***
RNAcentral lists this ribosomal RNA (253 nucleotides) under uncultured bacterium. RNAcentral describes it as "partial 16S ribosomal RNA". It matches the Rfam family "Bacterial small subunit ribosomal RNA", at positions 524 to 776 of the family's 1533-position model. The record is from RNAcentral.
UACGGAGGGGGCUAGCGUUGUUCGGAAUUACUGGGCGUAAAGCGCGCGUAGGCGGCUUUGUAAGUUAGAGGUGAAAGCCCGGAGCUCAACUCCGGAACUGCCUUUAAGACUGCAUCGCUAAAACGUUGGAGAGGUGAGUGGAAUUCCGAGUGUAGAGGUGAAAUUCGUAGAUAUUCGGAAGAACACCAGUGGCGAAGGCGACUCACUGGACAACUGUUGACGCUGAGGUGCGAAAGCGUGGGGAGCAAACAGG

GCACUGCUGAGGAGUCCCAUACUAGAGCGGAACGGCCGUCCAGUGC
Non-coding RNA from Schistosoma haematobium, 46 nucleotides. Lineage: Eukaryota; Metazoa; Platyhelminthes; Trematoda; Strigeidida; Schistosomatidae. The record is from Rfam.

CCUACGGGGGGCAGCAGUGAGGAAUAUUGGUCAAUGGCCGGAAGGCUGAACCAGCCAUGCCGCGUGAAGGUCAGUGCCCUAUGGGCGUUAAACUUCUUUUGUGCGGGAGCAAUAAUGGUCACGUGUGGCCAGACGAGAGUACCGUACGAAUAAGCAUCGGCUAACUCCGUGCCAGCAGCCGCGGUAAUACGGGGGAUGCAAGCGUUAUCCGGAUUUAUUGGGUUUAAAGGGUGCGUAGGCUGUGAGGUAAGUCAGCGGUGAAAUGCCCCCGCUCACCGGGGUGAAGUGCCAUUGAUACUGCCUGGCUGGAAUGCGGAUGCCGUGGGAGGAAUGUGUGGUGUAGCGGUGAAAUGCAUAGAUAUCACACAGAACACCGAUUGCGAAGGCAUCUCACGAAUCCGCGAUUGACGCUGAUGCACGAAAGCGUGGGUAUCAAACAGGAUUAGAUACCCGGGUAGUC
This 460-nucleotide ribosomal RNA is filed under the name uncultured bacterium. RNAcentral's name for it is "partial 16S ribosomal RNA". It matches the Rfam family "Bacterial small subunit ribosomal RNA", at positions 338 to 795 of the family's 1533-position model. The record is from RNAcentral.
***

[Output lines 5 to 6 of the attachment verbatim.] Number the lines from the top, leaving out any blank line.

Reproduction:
CCUACGGGGGGCAGCAGUGAGGAAUAUUGGUCAAUGGCCGGAAGGCUGAACCAGCCAUGCCGCGUGAAGGUCAGUGCCCUAUGGGCGUUAAACUUCUUUUGUGCGGGAGCAAUAAUGGUCACGUGUGGCCAGACGAGAGUACCGUACGAAUAAGCAUCGGCUAACUCCGUGCCAGCAGCCGCGGUAAUACGGGGGAUGCAAGCGUUAUCCGGAUUUAUUGGGUUUAAAGGGUGCGUAGGCUGUGAGGUAAGUCAGCGGUGAAAUGCCCCCGCUCACCGGGGUGAAGUGCCAUUGAUACUGCCUGGCUGGAAUGCGGAUGCCGUGGGAGGAAUGUGUGGUGUAGCGGUGAAAUGCAUAGAUAUCACACAGAACACCGAUUGCGAAGGCAUCUCACGAAUCCGCGAUUGACGCUGAUGCACGAAAGCGUGGGUAUCAAACAGGAUUAGAUACCCGGGUAGUC
This 460-nucleotide ribosomal RNA is filed under the name uncultured bacterium. RNAcentral's name for it is "partial 16S ribosomal RNA". It matches the Rfam family "Bacterial small subunit ribosomal RNA", at positions 338 to 795 of the family's 1533-position model. The record is from RNAcentral.